The course of the main washing operation was monitored and recorded, and the results obtained appear from the accompanying drawings, in which:

FIG. 1 is a graph showing changes in the pH of the main washing solution over the whole five-day (5-hours per day) period;

FIG. 2 is a graph similarly showing corresponding changes in conductance over the same 25-hour period; and

FIG. 3 is a graph showing changes in oxidationreduction potential over the same period.

During the first 3 days (i.e. the first 15 hours of actual processing time) the bath was fed with a replenisher at such a rate as to supply the necessary ingredients to the washing solution at the following rates:

______________________________________Ferric ions          2.9 g/minSulfate ions         28.8 g/minNitrate ions         3.6 g/minNon-ionic surface active agent                4.8 g/min______________________________________

Over this initial period, the changes which occurred in the washing solution appear from the graphs of FIGS. 1 to 3, as follows:

the variations in the pH of the solution are shown in section p-q of FIG. 1;

the variations in the conductance of the solution are shown in section p'-q' of FIG. 2; and

the variations in the oxidation-reduction potential (silver-silver chloride electrode potential standard) are shown in section p"-q" of FIG. 3.

At the end of the initial 3-day (15 hour) period, the quantity of aluminum dissolved in the washing solution in the `aged` bath was measured; and it was found to be approximately 0.8 g/l. Reference to FIG. 1 also showed that over the same period the pH of the washing solution had risen steadily from its starting value of about 0.9 to about 1.1. In order to stabilize the pH value it was therefore decided to increase the rate at which the bath was fed with replenisher.

Accordingly, as from the 4th day onwards (i.e. during the last 10-hour period) the bath was fed with the replenisher at such a rate as to supply the necessary ingredients to the bath at the following rates:

______________________________________Ferric ions          5.8 g/minSulfate ions         57.6 g/minNitrate ions         7.2 g/minNonionic surface active agent                9.6 g/min______________________________________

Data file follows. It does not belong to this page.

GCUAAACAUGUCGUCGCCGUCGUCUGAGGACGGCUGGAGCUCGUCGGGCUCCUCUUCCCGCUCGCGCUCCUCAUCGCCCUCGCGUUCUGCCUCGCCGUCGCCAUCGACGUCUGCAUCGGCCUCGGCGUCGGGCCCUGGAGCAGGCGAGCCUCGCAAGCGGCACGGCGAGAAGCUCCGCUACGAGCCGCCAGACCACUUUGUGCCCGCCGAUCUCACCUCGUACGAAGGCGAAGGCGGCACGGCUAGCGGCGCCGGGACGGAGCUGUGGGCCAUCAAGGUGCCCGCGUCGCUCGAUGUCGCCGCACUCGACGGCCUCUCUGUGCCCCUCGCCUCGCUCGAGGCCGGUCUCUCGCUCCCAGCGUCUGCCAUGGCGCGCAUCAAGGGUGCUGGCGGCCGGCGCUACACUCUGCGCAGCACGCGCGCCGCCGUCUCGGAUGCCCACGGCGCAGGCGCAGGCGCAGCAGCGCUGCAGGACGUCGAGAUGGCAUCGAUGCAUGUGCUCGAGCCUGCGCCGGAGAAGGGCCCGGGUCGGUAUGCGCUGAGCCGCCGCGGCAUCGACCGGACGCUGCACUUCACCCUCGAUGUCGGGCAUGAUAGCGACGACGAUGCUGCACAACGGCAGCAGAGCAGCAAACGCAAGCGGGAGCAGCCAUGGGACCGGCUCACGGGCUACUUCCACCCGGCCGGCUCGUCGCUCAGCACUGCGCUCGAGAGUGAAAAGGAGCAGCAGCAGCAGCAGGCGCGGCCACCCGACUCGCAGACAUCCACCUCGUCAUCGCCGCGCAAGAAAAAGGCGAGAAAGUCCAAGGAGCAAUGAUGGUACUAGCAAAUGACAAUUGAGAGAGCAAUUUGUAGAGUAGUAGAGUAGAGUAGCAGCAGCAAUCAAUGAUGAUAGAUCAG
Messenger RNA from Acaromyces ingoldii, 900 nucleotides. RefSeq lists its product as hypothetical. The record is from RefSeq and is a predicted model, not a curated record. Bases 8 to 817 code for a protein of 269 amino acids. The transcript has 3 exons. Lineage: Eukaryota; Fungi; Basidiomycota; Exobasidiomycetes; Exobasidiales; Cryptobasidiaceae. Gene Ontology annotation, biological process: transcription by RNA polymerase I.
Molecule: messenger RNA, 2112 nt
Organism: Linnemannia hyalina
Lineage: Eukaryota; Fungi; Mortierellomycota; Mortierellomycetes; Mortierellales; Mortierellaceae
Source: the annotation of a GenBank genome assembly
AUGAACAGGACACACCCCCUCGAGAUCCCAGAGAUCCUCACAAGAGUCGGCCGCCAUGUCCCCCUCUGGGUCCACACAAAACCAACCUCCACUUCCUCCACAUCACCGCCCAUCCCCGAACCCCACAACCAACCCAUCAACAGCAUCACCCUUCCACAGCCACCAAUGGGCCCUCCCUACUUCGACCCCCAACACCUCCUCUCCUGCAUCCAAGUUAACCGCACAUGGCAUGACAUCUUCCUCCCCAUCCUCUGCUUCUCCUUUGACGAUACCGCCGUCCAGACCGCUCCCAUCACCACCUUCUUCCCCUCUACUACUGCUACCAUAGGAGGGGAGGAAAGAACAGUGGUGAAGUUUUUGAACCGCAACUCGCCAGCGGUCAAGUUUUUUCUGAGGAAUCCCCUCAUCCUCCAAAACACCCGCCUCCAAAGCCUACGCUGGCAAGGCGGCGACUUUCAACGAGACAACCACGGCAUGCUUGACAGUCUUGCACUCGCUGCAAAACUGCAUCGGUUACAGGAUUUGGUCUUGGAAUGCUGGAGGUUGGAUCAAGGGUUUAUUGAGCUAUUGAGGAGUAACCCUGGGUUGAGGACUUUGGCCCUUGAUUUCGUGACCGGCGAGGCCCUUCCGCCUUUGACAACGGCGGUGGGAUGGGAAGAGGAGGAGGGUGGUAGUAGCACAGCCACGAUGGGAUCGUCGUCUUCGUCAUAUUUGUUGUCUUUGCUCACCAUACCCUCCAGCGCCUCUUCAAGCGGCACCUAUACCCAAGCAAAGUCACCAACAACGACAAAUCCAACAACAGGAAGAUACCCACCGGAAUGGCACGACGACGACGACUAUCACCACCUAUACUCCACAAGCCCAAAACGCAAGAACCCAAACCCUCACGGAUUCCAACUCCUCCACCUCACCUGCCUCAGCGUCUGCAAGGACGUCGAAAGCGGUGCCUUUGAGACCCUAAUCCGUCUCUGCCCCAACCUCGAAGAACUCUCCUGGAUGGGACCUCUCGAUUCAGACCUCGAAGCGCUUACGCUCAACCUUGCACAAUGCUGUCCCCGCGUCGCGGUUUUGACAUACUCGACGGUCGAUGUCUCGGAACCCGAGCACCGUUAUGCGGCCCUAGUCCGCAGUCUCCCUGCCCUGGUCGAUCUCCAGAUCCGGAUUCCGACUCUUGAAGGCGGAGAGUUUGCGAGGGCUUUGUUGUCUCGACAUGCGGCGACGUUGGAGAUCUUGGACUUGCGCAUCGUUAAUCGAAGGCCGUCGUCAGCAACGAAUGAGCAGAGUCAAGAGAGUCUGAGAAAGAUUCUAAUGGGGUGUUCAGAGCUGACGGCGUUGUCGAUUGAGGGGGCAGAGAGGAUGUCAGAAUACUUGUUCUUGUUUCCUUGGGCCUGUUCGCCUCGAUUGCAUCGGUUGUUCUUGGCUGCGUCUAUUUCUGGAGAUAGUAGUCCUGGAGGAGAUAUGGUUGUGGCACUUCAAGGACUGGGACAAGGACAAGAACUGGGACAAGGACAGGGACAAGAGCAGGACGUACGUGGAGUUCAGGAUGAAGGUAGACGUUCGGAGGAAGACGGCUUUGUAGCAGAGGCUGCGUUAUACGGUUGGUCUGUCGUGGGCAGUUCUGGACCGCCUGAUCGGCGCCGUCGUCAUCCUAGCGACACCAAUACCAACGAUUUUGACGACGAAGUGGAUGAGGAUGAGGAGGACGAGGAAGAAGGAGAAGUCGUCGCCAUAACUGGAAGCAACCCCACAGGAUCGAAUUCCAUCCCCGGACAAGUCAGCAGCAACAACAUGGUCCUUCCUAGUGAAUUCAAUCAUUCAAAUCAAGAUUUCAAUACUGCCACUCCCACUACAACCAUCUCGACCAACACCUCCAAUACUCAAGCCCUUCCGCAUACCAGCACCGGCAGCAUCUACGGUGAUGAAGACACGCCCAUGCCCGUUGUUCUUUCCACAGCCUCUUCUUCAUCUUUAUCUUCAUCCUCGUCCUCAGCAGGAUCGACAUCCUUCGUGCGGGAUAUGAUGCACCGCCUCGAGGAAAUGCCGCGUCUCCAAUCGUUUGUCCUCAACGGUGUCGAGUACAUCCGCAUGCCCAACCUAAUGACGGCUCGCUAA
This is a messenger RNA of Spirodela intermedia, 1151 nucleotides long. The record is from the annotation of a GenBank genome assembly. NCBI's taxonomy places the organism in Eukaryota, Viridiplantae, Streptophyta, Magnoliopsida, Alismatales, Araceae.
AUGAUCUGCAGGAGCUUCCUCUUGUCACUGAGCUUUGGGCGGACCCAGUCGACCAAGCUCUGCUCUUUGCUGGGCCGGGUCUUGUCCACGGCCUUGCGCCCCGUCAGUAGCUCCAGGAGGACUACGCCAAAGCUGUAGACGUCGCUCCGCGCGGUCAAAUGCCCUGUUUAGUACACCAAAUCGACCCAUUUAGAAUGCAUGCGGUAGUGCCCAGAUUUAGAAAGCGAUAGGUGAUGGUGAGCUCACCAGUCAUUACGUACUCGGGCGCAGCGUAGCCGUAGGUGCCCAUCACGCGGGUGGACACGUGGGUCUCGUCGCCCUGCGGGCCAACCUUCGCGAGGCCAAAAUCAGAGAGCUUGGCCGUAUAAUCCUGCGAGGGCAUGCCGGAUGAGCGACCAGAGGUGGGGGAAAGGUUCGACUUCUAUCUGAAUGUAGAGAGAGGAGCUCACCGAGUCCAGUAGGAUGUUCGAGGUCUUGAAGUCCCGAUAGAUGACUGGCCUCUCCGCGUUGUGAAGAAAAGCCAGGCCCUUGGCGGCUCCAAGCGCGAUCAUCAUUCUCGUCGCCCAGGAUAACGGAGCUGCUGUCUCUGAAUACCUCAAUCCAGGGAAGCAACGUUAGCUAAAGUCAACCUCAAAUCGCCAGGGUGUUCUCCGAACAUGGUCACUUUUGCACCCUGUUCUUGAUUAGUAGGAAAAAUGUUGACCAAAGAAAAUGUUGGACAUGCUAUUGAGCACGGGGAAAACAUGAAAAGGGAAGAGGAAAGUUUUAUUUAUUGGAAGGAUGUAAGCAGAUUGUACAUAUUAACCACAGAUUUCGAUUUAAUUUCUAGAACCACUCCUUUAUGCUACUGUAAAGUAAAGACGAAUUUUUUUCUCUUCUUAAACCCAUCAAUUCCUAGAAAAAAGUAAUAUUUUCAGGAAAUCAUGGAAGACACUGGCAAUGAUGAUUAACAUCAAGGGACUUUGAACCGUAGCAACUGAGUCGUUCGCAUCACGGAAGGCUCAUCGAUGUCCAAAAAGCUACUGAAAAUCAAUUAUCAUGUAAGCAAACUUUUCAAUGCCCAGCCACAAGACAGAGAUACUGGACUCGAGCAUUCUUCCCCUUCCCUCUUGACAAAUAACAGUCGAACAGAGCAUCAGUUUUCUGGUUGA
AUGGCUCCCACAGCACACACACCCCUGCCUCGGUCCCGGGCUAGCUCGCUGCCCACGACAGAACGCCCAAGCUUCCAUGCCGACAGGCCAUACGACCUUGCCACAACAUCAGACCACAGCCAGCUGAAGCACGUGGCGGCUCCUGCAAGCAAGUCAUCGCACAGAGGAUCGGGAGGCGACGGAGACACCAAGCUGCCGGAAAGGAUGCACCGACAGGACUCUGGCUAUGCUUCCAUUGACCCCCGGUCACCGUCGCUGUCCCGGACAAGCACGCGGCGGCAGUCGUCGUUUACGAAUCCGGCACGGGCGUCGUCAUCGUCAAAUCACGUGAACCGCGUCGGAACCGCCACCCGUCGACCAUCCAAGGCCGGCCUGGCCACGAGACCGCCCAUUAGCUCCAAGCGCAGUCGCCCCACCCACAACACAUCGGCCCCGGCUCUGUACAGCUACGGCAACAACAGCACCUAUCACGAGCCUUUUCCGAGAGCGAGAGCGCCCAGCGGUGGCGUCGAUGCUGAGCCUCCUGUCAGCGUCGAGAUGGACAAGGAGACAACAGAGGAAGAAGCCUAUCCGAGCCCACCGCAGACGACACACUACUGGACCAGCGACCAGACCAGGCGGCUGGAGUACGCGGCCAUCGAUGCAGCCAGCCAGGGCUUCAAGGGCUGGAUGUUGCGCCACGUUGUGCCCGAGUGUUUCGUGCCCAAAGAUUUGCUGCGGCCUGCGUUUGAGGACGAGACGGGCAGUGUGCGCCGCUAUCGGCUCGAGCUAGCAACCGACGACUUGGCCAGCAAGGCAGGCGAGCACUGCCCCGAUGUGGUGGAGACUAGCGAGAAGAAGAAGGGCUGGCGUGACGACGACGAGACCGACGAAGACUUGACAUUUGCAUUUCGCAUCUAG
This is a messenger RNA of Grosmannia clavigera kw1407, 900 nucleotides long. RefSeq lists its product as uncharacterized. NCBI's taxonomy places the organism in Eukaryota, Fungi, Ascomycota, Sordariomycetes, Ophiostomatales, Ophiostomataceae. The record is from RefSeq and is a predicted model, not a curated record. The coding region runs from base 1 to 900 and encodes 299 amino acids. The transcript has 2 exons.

At the same time, in order to avoid bath overflow, automatic drainage from the bath was commenced, at a rate of 2.5 1/minute.

Over this terminal period, the changes which occurred in the washing solution appear from the graphs of FIGS. 1-3 as follows:

the variations in the pH of the solution are shown in section q-r of FIG. 1;

the variations in the conductance of the solution are shown in section q'-r' of FIG. 2; and

the variations in the oxidation-reduction potential of the solution are shown in section q"-r" of FIG. 3.

In addition, the ferric ion concentration in the washing solution was known at the very beginning, and was determined after 3 days (15 hours) and at the very end of the operation--thus at points indicated p", q" and r" in FIG. 3. The ferric ion concentration at the outset was 1.25 g/l and the ferric ion concentrations in the washing solution as determined at points q" and r" of FIG. 3 were respectively 1.15 g/l and 1.20 g/l.

OBSERVED RESULTS

The can-blanks emerging from the main washing stage were sampled at the points of time shown by arrows a, b, c, d and e in FIG. 1; and the sample can-blanks were examined and tested.

It was found that at all times they displayed an external appearance which can be described as whitish, and somewhat like pear flesh; that almost no adhesion of smut could be observed; and that no adhesion of residual oil upon the can-blanks could be detected. The washing effect of the treatment was therefore evaluated as good, no matter how far the washing solution had aged.

At the same points of time samples were also taken from the can-blanks emerging from the final drying stage. The dried can-blanks were examined and tested, and in every case (thus no matter how far the washing solution had aged) it was found that the conversion coating formed on the can-blanks was a good one; and that good results were secured when the can bottoms were subject to tests to determine whether they would turn black with boiling water.

The conclusion drawn from the extensive testing procedure was that despite the aging of the main washing solution as aluminum accumulated therein it was possible to exert a satisfactory control over its performance using the method of this invention.